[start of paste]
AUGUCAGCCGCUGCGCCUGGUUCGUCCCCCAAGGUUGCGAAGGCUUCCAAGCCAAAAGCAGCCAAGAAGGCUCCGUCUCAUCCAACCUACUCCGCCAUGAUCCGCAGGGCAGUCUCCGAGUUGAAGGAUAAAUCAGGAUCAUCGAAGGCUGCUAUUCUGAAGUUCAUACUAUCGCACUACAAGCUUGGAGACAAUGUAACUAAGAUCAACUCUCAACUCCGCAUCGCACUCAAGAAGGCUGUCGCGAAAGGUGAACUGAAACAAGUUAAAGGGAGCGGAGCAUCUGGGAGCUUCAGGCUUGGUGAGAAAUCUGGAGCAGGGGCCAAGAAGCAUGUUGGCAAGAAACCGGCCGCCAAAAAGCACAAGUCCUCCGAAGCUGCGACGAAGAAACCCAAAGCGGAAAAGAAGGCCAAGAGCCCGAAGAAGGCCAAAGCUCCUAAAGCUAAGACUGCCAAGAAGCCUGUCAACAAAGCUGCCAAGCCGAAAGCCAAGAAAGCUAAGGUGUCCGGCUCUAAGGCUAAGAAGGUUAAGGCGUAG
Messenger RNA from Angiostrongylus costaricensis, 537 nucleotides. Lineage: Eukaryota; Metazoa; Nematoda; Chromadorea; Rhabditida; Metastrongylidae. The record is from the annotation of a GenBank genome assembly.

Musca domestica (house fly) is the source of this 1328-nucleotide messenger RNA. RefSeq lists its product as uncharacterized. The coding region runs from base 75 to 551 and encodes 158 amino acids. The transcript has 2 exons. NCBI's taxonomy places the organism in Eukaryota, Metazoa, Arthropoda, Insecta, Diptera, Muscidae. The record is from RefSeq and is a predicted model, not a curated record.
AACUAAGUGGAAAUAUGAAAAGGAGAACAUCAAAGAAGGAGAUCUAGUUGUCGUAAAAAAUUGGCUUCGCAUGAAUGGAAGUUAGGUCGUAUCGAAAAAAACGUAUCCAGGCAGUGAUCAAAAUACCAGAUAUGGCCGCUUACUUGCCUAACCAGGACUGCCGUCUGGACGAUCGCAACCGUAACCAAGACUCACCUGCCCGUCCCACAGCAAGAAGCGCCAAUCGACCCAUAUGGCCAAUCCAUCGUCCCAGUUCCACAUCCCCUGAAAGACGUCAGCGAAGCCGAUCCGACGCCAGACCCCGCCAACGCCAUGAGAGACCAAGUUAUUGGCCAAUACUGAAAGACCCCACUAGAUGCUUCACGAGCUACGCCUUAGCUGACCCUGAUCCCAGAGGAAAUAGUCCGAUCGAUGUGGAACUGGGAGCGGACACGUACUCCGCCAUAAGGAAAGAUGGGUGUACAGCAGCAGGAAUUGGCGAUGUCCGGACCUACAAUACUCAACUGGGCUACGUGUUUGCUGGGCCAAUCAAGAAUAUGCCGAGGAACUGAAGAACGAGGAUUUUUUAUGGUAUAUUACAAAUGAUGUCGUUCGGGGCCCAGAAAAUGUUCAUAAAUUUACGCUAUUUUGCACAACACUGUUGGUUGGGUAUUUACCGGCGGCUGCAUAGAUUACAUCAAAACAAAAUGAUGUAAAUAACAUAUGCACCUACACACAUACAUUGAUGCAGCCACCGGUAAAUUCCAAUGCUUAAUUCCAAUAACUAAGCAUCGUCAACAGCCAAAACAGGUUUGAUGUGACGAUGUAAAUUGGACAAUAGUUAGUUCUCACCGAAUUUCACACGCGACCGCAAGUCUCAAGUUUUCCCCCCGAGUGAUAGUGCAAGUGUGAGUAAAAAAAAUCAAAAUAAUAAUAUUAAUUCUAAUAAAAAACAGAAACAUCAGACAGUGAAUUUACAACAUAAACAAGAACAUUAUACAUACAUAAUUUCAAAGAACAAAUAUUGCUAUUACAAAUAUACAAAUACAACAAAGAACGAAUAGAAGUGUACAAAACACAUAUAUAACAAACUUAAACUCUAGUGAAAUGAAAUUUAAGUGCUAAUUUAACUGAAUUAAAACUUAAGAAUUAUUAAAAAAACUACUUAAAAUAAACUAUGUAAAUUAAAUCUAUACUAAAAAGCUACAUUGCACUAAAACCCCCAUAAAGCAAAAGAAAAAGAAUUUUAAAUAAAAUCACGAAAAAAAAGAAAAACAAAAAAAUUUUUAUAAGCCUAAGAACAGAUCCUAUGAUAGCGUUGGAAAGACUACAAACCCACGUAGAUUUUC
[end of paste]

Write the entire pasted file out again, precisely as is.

AUGUCAGCCGCUGCGCCUGGUUCGUCCCCCAAGGUUGCGAAGGCUUCCAAGCCAAAAGCAGCCAAGAAGGCUCCGUCUCAUCCAACCUACUCCGCCAUGAUCCGCAGGGCAGUCUCCGAGUUGAAGGAUAAAUCAGGAUCAUCGAAGGCUGCUAUUCUGAAGUUCAUACUAUCGCACUACAAGCUUGGAGACAAUGUAACUAAGAUCAACUCUCAACUCCGCAUCGCACUCAAGAAGGCUGUCGCGAAAGGUGAACUGAAACAAGUUAAAGGGAGCGGAGCAUCUGGGAGCUUCAGGCUUGGUGAGAAAUCUGGAGCAGGGGCCAAGAAGCAUGUUGGCAAGAAACCGGCCGCCAAAAAGCACAAGUCCUCCGAAGCUGCGACGAAGAAACCCAAAGCGGAAAAGAAGGCCAAGAGCCCGAAGAAGGCCAAAGCUCCUAAAGCUAAGACUGCCAAGAAGCCUGUCAACAAAGCUGCCAAGCCGAAAGCCAAGAAAGCUAAGGUGUCCGGCUCUAAGGCUAAGAAGGUUAAGGCGUAG
Messenger RNA from Angiostrongylus costaricensis, 537 nucleotides. Lineage: Eukaryota; Metazoa; Nematoda; Chromadorea; Rhabditida; Metastrongylidae. The record is from the annotation of a GenBank genome assembly.

Musca domestica (house fly) is the source of this 1328-nucleotide messenger RNA. RefSeq lists its product as uncharacterized. The coding region runs from base 75 to 551 and encodes 158 amino acids. The transcript has 2 exons. NCBI's taxonomy places the organism in Eukaryota, Metazoa, Arthropoda, Insecta, Diptera, Muscidae. The record is from RefSeq and is a predicted model, not a curated record.
AACUAAGUGGAAAUAUGAAAAGGAGAACAUCAAAGAAGGAGAUCUAGUUGUCGUAAAAAAUUGGCUUCGCAUGAAUGGAAGUUAGGUCGUAUCGAAAAAAACGUAUCCAGGCAGUGAUCAAAAUACCAGAUAUGGCCGCUUACUUGCCUAACCAGGACUGCCGUCUGGACGAUCGCAACCGUAACCAAGACUCACCUGCCCGUCCCACAGCAAGAAGCGCCAAUCGACCCAUAUGGCCAAUCCAUCGUCCCAGUUCCACAUCCCCUGAAAGACGUCAGCGAAGCCGAUCCGACGCCAGACCCCGCCAACGCCAUGAGAGACCAAGUUAUUGGCCAAUACUGAAAGACCCCACUAGAUGCUUCACGAGCUACGCCUUAGCUGACCCUGAUCCCAGAGGAAAUAGUCCGAUCGAUGUGGAACUGGGAGCGGACACGUACUCCGCCAUAAGGAAAGAUGGGUGUACAGCAGCAGGAAUUGGCGAUGUCCGGACCUACAAUACUCAACUGGGCUACGUGUUUGCUGGGCCAAUCAAGAAUAUGCCGAGGAACUGAAGAACGAGGAUUUUUUAUGGUAUAUUACAAAUGAUGUCGUUCGGGGCCCAGAAAAUGUUCAUAAAUUUACGCUAUUUUGCACAACACUGUUGGUUGGGUAUUUACCGGCGGCUGCAUAGAUUACAUCAAAACAAAAUGAUGUAAAUAACAUAUGCACCUACACACAUACAUUGAUGCAGCCACCGGUAAAUUCCAAUGCUUAAUUCCAAUAACUAAGCAUCGUCAACAGCCAAAACAGGUUUGAUGUGACGAUGUAAAUUGGACAAUAGUUAGUUCUCACCGAAUUUCACACGCGACCGCAAGUCUCAAGUUUUCCCCCCGAGUGAUAGUGCAAGUGUGAGUAAAAAAAAUCAAAAUAAUAAUAUUAAUUCUAAUAAAAAACAGAAACAUCAGACAGUGAAUUUACAACAUAAACAAGAACAUUAUACAUACAUAAUUUCAAAGAACAAAUAUUGCUAUUACAAAUAUACAAAUACAACAAAGAACGAAUAGAAGUGUACAAAACACAUAUAUAACAAACUUAAACUCUAGUGAAAUGAAAUUUAAGUGCUAAUUUAACUGAAUUAAAACUUAAGAAUUAUUAAAAAAACUACUUAAAAUAAACUAUGUAAAUUAAAUCUAUACUAAAAAGCUACAUUGCACUAAAACCCCCAUAAAGCAAAAGAAAAAGAAUUUUAAAUAAAAUCACGAAAAAAAAGAAAAACAAAAAAAUUUUUAUAAGCCUAAGAACAGAUCCUAUGAUAGCGUUGGAAAGACUACAAACCCACGUAGAUUUUC